# What is the source of this simple lemma in harmonic analysis over compact groups?

I recently needed this simple fact of harmonic analysis:

Let $G$ be a discrete abelian group and $X\subset G$ be a finite subset. Then for any $\epsilon>0$ the set $\Gamma_\epsilon=\{ \gamma\in\widehat{G} : \lvert \widehat{X}(\gamma)\rvert \geq (1-\epsilon)\lvert X\rvert\}$ is a closed subset of $\widehat{G}$ with strictly positive Haar measure; $\mu(\Gamma_\epsilon)>0$.

The point is the positivity of the Haar measure; this fails for $\epsilon=0$ or $X$ infinite, for example.

The proof is simple: observe that this set contains $\Gamma_\epsilon'-\Gamma_\epsilon'$ if $\Gamma_\epsilon'$ has the shape $$\{ \gamma : \lvert \theta_x - \gamma(x) \rvert \leq \epsilon/2\textrm{ for all }x\in X\}$$ for any $\theta_x$, and then note that $\widehat{G}$ is covered by at most $(2\epsilon^{-1})^{\lvert X\rvert}$ many such sets.

I was surprised that I couldn't find a reference or more discussion in Rudin's `Fourier analysis on groups', and Google didn't turn up anything either (at least, nothing I could recognise as this fact). It feels like this fact is a simple corollary of some deeper fact of harmonic analysis.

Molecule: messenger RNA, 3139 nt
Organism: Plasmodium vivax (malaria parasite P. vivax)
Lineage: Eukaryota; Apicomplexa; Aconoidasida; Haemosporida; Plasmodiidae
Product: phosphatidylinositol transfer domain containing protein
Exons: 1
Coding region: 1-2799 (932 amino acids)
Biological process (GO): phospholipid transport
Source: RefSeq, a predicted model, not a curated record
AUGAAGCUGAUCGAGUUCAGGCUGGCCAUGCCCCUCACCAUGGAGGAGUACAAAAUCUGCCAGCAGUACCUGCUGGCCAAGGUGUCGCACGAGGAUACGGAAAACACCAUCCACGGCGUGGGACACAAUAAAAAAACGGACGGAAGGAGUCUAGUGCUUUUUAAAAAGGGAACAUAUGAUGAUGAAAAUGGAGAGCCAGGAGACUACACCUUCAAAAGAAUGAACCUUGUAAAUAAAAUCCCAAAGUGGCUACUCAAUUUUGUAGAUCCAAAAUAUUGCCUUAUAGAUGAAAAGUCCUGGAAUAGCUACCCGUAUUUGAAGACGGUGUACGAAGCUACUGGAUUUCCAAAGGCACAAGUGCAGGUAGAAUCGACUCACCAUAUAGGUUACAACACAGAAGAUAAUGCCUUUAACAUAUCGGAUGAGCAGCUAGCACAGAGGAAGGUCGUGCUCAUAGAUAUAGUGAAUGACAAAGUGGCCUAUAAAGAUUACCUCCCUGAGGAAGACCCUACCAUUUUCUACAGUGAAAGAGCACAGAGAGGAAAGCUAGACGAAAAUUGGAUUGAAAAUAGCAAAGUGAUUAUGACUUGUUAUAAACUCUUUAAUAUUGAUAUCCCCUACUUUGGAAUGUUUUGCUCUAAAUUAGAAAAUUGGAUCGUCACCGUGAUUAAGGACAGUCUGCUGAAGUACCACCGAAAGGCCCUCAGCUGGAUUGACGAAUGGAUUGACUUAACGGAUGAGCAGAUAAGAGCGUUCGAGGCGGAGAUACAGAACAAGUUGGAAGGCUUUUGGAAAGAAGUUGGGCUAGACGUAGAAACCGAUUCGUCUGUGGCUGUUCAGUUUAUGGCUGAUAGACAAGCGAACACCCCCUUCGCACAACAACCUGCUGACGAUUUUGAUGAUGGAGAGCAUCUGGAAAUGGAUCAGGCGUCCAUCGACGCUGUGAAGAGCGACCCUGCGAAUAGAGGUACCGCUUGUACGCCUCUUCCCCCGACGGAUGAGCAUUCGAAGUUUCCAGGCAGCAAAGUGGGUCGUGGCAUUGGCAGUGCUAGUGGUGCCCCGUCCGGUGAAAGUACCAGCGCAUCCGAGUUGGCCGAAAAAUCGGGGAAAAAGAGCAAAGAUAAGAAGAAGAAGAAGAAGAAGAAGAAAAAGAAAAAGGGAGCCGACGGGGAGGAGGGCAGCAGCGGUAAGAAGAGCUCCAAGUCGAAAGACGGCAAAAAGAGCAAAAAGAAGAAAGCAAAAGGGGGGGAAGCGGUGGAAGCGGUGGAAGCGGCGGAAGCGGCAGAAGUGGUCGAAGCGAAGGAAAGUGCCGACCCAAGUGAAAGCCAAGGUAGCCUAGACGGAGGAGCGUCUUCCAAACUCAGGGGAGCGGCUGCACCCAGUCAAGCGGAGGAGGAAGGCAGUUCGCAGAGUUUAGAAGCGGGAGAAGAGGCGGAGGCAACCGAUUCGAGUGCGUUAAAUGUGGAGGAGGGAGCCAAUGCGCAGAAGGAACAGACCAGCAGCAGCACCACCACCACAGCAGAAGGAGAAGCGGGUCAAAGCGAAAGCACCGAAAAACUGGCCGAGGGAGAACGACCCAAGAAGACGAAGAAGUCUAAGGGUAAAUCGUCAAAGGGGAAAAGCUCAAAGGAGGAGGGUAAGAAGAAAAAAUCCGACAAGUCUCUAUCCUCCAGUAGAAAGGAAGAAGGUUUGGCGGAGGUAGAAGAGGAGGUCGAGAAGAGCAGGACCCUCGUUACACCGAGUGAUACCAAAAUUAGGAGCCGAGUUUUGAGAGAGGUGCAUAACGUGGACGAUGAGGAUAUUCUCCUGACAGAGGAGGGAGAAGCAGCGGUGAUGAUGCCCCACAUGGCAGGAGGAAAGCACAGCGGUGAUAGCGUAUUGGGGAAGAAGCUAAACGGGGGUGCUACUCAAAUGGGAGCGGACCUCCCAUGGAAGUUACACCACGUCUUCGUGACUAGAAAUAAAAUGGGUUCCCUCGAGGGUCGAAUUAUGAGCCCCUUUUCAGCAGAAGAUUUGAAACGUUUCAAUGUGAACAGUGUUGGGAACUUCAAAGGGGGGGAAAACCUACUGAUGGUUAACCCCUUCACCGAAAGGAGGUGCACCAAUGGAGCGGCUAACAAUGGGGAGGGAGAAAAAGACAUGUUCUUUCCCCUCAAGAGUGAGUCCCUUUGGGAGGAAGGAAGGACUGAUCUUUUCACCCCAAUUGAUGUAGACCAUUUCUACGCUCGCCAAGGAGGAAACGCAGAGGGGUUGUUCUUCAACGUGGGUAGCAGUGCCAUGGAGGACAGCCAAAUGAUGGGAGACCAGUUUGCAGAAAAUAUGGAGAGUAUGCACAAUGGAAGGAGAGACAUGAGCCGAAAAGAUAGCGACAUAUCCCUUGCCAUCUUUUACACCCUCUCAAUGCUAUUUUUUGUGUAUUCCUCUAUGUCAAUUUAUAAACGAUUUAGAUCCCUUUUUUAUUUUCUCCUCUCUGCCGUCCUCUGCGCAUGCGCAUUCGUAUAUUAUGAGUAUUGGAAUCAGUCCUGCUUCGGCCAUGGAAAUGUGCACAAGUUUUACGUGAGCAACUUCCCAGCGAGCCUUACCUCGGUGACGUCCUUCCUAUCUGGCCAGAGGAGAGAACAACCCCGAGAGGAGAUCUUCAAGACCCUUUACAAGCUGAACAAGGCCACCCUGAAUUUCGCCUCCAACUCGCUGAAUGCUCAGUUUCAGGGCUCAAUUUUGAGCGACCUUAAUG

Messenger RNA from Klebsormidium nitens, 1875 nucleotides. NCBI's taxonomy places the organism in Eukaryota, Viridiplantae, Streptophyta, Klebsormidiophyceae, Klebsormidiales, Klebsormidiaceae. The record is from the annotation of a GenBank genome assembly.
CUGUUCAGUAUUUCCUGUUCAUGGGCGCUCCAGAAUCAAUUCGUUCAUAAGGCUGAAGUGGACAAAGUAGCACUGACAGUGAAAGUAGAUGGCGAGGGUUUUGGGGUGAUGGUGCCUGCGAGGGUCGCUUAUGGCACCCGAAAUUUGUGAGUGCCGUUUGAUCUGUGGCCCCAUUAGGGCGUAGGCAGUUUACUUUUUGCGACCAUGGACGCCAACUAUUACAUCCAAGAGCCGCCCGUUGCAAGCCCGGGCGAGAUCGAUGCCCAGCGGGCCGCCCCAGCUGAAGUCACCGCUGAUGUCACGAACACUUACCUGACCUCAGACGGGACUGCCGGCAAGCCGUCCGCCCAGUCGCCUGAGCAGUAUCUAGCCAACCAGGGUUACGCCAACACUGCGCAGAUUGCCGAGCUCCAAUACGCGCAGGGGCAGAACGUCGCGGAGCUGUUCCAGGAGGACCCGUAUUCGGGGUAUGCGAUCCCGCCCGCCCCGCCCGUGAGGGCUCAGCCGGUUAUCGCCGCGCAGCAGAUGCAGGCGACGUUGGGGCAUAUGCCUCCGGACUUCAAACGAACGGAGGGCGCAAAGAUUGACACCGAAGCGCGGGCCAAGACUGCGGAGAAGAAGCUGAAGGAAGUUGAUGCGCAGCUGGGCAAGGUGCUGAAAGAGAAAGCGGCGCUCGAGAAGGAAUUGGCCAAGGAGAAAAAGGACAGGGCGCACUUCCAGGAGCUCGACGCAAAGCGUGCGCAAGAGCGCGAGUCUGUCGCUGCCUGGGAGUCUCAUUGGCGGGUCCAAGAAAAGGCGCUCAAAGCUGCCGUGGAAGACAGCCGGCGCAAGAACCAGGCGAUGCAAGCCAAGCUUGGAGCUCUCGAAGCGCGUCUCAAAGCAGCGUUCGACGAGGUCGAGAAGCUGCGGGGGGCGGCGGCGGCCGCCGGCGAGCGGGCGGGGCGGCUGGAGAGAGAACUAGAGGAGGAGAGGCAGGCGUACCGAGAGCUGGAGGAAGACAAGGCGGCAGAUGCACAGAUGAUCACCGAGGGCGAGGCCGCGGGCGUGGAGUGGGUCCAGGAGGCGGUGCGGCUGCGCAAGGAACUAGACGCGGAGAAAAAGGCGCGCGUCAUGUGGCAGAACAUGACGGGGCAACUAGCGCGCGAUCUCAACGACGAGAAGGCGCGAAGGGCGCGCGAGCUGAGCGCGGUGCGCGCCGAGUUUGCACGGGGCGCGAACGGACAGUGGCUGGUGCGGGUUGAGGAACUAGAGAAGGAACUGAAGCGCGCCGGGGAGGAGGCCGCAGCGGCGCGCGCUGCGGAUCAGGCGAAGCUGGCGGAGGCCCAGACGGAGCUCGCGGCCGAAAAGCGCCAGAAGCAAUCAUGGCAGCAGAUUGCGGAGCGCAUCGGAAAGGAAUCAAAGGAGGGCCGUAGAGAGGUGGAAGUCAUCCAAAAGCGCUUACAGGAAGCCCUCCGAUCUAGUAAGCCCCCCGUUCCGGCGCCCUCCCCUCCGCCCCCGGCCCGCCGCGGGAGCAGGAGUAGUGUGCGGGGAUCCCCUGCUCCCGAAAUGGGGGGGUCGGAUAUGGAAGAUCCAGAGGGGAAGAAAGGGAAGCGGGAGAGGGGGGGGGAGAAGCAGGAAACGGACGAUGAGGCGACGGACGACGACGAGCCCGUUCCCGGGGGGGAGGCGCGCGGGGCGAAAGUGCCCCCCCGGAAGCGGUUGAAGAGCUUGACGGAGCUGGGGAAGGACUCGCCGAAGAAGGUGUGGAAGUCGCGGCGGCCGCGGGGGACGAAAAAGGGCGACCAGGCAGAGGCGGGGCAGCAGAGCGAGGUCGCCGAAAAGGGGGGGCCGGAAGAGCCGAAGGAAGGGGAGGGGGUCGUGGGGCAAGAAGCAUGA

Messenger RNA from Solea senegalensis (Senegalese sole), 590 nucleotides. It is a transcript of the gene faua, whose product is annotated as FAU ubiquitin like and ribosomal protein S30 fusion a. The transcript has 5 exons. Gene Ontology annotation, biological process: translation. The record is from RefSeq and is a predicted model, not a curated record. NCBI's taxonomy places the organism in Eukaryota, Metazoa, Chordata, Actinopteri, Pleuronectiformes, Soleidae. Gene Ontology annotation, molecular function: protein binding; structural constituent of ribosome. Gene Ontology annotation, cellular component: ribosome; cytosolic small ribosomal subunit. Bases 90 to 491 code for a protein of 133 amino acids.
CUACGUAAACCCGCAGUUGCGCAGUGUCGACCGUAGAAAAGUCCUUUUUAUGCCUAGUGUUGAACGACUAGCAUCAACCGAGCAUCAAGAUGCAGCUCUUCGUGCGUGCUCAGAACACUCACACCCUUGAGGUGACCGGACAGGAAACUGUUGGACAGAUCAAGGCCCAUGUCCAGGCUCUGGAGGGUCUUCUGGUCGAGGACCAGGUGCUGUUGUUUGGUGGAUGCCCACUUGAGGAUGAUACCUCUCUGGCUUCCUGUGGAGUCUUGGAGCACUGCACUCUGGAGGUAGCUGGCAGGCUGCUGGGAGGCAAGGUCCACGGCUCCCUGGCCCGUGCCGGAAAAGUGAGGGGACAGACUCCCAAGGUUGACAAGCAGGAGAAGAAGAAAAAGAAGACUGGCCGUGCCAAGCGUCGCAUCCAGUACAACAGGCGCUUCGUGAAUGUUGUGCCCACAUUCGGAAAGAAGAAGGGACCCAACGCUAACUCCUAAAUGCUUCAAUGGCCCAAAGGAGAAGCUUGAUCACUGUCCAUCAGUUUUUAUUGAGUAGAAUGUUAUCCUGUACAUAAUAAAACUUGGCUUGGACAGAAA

Hence my questions are:

What is a reference for this fact? What is the correct generalisation to general locally compact abelian groups?

An even vaguer question: what is the iceberg of which this is a tip?

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Does $\widehat{X}$ for a subset $X$ mean the Fourier transform of the characteristic function of that subset? If so, the inequality defining your $\Gamma_\varepsilon$ appears in the proof of Corollary 4 of math.uconn.edu/~kconrad/blurbs/gradnumthy/loccptascoli.pdf with $G$ being any locally compact abelian group and $X$ being any compact subset of $G$ (denoted as $K$ rather than $X$). Maybe Theorem 2 or Corollary 4 there is the iceberg you're looking for. The positivity of Haar measure of a measurable subset of a locally compact abelian group is true if it contains an open set. – KConrad Jun 4 '14 at 12:17
Yes, it does. Thanks! That's the kind of statement I was looking for. – Thomas Bloom Jun 4 '14 at 12:30